The Miami Herald’s Douglas Hanks stumbles onto a two-fer in his story on the surging value of Contemporary art. First, he reveals that the Artist Pension Trust will try to realize gains this week during the fair. Second, he gives a nice illustration of the batting average most collectors of new work would consider a great success:
At this year’s Art Basel week, Pamela Auchincloss will officially launch a novel test for art’s staying power as an investment.
She presides over a fund started six years ago that signs artists willing to pool sales of their works. The artist agrees to let the Artist Pension Trust sell the works for up to 20 years, taking a 40 percent share of the purchase price for his or her own work and then sharing the rest of the proceeds with fellow trust artists.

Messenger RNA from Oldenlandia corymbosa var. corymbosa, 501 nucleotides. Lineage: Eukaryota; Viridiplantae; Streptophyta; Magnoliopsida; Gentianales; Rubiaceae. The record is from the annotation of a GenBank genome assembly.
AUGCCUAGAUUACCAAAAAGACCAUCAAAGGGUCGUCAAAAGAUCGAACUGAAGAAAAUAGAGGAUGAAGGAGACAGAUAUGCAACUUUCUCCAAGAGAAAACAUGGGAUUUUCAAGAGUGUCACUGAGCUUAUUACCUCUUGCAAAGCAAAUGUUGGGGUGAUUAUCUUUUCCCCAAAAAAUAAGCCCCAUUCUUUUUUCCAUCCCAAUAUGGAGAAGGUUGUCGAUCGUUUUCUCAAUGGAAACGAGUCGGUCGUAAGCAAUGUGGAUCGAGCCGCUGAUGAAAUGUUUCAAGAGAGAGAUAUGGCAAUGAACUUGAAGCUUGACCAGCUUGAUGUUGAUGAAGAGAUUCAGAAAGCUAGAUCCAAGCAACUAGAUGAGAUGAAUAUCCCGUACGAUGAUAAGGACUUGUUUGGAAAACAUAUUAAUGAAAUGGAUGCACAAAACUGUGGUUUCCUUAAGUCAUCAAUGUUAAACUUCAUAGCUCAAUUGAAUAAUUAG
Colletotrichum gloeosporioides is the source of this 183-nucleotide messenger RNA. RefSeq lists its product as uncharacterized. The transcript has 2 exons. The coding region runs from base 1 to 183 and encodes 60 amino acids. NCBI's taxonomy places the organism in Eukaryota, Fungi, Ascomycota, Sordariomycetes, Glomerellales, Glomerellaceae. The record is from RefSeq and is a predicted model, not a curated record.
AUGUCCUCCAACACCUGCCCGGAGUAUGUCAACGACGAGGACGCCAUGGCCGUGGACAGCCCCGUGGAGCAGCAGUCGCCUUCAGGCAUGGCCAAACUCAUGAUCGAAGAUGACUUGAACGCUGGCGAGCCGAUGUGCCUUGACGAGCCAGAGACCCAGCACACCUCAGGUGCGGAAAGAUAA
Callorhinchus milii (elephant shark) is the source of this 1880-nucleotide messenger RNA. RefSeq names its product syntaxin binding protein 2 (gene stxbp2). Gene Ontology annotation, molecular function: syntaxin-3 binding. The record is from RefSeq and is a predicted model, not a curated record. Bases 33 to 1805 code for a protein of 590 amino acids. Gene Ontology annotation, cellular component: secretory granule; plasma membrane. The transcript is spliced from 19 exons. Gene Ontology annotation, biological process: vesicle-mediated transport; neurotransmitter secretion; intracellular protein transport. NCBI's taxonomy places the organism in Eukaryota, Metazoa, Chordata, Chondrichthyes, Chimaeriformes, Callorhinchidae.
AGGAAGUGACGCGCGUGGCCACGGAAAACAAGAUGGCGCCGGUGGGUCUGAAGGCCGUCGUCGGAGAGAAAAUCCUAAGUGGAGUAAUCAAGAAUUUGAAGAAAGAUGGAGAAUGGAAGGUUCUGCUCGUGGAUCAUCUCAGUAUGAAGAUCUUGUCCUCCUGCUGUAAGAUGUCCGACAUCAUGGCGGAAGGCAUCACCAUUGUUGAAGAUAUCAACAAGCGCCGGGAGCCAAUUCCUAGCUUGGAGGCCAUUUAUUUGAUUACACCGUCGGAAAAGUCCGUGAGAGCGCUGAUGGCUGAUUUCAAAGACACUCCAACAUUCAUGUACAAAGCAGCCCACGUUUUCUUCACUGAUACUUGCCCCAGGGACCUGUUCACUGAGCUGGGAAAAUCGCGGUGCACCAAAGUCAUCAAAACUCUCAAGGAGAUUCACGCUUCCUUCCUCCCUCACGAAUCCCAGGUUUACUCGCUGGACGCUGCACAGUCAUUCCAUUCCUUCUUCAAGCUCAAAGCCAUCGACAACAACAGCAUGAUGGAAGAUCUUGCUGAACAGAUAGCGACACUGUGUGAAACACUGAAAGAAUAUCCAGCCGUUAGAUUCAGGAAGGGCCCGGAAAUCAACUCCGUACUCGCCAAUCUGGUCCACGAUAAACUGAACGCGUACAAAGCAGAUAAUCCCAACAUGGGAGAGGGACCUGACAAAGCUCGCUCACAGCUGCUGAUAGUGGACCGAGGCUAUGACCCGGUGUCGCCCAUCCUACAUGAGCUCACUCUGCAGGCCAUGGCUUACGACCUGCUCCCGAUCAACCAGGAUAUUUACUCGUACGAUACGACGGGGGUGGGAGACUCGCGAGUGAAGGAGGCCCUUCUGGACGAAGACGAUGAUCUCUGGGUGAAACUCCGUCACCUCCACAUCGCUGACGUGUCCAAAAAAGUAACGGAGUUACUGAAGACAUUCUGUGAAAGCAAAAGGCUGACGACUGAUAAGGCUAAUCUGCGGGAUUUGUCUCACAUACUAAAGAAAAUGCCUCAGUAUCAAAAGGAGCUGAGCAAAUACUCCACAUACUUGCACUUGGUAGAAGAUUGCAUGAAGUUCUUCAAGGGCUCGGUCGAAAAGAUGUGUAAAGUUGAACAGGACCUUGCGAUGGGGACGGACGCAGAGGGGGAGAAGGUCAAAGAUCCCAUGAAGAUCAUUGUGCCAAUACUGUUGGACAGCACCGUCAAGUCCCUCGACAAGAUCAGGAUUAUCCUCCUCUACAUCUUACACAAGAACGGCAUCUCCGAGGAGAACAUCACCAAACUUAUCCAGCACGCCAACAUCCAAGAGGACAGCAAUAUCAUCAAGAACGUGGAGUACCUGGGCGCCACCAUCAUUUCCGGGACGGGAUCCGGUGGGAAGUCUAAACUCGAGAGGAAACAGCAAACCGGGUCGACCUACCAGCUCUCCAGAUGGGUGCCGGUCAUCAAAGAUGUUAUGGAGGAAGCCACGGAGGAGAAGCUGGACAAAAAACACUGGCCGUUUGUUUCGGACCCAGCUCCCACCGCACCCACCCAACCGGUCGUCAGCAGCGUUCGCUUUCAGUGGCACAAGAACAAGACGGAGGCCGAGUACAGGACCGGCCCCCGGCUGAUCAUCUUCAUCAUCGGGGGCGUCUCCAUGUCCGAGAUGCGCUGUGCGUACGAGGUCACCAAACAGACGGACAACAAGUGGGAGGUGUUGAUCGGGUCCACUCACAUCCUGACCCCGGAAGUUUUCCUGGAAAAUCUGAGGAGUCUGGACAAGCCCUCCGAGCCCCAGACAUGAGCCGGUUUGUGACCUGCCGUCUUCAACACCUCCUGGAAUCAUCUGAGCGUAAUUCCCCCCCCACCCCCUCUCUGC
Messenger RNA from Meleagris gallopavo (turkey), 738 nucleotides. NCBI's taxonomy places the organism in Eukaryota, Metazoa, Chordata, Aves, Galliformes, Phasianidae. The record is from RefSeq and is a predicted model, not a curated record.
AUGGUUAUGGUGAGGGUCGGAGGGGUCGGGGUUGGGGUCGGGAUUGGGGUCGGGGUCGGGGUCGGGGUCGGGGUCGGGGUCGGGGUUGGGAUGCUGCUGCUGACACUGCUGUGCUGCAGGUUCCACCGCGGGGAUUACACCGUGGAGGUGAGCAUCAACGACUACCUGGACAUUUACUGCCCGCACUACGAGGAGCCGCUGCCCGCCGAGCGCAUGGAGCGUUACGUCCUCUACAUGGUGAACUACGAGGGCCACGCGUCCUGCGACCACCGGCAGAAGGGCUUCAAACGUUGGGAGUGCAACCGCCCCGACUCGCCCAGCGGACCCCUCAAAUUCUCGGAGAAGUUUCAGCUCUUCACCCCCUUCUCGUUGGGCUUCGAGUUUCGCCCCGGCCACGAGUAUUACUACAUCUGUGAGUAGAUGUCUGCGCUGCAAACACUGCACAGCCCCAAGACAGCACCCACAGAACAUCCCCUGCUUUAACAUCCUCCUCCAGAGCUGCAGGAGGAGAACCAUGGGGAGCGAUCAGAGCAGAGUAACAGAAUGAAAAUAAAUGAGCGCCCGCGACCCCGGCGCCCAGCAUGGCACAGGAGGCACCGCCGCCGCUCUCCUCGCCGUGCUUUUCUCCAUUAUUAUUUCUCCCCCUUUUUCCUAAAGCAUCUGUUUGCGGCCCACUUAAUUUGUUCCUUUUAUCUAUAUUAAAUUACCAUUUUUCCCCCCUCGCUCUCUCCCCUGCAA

The fund hopes to make its first sales at Miami’s Scope fair — the debut transactions in a collection of 6,500 works from 1,400 artists that is valued at roughly $5 million.
Auchincloss, a former gallery owner, described art investments as hit-and-miss, with some works losing all their value as an artist’s career fizzles. But when an artist makes it, the windfall pays off exponentially.
“I’ve bought art over the years. I have 15 works worth a lot of money, and 35 that are worth nothing,” she said. “Those 15 count for a lot.”
What Is Art Worth? (Miami Herald)